There are many histories in African-American culture that are depressing and heartbreaking. Slavery, poverty, imprisonment are just some of the stories that we seem to revisit over and over again in cinema. Tyler Perry, Oprah Winfrey, and Lee Daniels could have collectively come up with a film that didn't have anything to do with any of these subjects. They didn't.
Precious, the film for which Monique won an Academy Award for Best Supporting Actress and which also won for Best Adapted Screenplay, is not a film that has anything Oscar-worthy in it. For all the hype about how Avatar had a weak story and how The Hurt Locker was stolen from someone's actual life, Precious wasn't really stolen at all. Precious won because it reflected a tired idea of how other cultures see African-Americans.
We can claim racism all day long for why Hollywood doesn't make more black films. We can claim that if we don't go and support a Tyler Perry movie, Hollywood won't make another film with a black cast in it. We can even claim that these films are good because they are uplifting.
Avatar was a pretty uplifting film. Precious was an uplifting film. The former made hundreds of millions, the latter made far less than that. Is it because the film didn't have the awesome distribution that Avatar had? Is it because Avatar was directed by James Cameron? Is it because billions of people wanted to see a 3D movie?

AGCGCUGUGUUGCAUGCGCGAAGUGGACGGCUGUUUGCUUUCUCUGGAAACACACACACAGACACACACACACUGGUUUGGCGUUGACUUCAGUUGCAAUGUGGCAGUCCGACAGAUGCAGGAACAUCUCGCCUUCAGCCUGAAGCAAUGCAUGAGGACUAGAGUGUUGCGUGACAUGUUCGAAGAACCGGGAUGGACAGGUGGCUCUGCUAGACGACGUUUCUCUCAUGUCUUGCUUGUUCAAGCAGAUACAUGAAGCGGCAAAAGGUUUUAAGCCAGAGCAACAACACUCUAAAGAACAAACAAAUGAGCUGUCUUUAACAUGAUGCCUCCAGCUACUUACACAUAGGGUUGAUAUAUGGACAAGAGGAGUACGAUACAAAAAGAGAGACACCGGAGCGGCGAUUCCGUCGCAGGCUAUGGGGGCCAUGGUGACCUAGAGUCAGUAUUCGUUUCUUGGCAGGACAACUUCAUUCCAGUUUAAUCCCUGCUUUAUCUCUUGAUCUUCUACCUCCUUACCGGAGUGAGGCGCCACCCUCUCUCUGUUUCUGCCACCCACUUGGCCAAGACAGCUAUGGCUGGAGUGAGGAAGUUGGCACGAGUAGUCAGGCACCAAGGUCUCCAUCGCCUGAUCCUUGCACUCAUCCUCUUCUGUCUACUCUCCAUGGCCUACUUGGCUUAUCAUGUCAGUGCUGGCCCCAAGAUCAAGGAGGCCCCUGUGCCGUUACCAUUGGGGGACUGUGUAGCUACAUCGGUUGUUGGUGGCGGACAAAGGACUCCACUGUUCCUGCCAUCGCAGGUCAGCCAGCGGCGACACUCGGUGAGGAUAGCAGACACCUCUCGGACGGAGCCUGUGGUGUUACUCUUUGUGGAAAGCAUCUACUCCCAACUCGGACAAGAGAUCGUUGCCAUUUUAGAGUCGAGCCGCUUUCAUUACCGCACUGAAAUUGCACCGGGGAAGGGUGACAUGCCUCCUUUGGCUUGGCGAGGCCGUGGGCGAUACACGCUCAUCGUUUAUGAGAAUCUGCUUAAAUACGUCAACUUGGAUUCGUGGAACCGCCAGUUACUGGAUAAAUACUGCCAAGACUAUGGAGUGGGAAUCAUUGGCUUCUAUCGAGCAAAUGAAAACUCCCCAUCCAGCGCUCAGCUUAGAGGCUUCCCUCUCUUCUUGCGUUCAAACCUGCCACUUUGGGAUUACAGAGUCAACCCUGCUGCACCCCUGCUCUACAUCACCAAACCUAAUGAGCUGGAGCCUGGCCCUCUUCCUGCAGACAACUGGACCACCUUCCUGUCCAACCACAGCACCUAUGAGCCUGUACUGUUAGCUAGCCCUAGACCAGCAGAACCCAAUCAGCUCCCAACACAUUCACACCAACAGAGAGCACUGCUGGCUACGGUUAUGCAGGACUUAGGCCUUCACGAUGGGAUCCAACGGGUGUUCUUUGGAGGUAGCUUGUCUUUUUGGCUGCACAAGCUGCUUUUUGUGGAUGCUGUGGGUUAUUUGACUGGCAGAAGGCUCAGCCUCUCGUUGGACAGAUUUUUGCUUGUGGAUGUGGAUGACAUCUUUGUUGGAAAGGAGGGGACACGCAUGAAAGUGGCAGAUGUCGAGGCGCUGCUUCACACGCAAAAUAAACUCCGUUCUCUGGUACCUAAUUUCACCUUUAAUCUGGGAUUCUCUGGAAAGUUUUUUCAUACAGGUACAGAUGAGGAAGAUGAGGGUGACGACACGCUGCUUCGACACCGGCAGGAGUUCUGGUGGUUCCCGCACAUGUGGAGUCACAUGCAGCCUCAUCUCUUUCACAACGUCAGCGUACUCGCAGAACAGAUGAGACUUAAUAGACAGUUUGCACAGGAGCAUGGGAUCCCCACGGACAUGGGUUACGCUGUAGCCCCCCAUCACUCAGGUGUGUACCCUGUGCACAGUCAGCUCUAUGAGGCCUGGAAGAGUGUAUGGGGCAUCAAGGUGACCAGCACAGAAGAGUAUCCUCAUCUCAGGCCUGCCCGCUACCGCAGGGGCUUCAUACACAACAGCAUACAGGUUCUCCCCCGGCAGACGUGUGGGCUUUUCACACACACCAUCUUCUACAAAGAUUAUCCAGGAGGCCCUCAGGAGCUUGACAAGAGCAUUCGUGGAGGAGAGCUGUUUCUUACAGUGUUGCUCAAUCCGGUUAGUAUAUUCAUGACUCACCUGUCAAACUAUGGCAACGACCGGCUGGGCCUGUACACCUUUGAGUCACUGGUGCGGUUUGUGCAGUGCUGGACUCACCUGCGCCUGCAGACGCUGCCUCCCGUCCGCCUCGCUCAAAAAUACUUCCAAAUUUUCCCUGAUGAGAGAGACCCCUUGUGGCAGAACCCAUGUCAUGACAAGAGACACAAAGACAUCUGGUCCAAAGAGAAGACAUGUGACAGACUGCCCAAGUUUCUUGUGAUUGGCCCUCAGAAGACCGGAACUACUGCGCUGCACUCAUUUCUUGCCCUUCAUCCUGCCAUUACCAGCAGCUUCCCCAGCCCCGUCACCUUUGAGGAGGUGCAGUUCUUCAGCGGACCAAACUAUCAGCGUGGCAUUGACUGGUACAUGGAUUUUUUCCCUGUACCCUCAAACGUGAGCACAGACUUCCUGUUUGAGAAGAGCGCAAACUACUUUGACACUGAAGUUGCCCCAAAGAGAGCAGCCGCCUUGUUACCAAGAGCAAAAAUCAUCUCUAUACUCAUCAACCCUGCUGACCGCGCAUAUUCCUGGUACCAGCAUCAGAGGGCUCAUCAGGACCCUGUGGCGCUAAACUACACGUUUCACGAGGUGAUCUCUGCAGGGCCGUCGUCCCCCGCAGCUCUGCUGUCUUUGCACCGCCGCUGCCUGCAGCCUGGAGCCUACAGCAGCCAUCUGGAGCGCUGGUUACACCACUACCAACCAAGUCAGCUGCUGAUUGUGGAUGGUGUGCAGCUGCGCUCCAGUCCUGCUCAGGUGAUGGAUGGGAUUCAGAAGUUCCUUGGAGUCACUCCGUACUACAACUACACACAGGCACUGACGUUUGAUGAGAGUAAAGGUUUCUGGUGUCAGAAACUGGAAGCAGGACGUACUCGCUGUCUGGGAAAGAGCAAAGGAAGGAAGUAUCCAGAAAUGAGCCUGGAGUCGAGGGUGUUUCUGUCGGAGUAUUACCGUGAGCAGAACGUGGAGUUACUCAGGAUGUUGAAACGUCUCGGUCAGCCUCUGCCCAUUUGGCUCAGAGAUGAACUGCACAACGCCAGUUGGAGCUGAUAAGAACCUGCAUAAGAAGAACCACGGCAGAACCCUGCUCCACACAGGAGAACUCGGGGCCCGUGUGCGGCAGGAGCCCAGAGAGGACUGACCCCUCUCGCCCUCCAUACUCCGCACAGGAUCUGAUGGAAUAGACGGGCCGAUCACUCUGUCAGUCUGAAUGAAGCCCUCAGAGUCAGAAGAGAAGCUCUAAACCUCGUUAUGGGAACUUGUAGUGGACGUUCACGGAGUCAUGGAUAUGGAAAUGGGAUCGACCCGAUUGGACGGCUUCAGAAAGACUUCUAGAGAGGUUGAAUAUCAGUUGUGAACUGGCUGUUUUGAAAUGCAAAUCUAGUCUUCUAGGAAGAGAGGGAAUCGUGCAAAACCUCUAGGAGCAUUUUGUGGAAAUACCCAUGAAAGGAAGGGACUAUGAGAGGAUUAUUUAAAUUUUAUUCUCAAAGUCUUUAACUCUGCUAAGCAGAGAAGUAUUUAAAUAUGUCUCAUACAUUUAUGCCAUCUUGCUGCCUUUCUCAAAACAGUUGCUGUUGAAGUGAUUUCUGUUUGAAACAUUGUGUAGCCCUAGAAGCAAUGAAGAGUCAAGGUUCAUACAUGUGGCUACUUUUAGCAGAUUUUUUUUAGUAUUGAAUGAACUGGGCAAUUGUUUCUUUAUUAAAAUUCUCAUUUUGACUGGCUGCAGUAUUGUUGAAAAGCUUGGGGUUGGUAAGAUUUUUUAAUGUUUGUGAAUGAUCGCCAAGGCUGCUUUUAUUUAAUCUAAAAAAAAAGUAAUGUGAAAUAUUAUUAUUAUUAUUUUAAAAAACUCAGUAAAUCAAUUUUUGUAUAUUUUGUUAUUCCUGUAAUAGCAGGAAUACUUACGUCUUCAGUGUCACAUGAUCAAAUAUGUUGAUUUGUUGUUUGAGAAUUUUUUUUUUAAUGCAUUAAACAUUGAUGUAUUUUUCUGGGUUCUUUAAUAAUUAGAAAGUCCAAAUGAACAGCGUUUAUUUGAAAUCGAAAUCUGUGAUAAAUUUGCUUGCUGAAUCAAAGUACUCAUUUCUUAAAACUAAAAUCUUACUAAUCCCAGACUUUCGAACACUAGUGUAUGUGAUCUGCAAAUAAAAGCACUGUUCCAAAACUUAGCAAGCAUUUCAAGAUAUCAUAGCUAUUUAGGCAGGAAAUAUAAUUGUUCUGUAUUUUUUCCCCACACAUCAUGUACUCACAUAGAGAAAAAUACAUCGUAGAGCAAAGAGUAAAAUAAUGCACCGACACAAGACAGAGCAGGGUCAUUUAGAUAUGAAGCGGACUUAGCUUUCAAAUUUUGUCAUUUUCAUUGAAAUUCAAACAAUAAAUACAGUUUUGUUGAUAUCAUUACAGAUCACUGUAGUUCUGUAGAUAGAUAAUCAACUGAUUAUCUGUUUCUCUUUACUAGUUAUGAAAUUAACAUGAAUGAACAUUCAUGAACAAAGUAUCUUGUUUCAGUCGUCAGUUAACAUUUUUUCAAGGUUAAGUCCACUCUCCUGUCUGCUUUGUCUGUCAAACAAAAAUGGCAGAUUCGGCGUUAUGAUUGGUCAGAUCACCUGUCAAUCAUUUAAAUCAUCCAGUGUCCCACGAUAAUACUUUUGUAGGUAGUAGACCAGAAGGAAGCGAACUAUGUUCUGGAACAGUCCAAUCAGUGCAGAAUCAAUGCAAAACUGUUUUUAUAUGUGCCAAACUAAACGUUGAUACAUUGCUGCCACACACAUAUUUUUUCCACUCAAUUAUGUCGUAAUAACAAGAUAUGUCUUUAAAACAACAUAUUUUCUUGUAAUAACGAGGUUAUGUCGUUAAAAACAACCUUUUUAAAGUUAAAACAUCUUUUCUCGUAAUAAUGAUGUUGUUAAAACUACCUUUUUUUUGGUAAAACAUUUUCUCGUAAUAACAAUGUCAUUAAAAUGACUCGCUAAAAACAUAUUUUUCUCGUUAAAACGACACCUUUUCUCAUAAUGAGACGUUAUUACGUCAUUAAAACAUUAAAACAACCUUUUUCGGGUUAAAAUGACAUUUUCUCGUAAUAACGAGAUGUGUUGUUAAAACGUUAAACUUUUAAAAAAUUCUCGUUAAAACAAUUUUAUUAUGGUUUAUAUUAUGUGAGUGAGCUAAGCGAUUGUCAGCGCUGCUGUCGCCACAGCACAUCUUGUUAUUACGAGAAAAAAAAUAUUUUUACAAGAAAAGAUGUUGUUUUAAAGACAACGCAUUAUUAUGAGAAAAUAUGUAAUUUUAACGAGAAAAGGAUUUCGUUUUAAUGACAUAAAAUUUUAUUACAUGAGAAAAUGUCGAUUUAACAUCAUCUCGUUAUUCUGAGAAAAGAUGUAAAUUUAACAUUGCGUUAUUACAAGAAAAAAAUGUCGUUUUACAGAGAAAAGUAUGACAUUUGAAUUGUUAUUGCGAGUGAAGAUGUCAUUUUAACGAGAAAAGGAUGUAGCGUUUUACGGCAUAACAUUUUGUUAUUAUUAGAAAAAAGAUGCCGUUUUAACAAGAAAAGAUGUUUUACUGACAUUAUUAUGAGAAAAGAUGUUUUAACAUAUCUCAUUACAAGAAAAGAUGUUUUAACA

Precious was about a depressing part of human existence. A way of life that could kill anyone who lived in it. A way of life so limiting that moving an inch forward is moving an inch back.
Avatar was about a place that wasn't planet earth. Sure, it was made by computers. Unlike any other film out there, Avatar made a world that you felt you could belong to. I wanted to go there.
Precious is not a film that make me feel like I could go anywhere. The same goes for The Hurt Locker, or even Up In The Air, which I actually liked. It's all very much based on staying on solid ground.
I don't know about you, but for a people constantly looked upon as having limitations, why wouldn't we want more films that have us go beyond telling those kinds of stories? What is wrong with black people traveling to another galaxy? There is more than this planet in our own universe, and there is more in our minds than we could possibly imagine.
Perry, Daniels, and Winfrey should have pushed for something else in that vein. Sadly, they probably know that this kind of film doesn't make it to the Oscars. As a result, a black lady stealing chicken becomes our highlight when the Original Screenplay nomination comes up.
Seriously, enough with the sad black films. For real. Let's do something else.Powered by Sidelines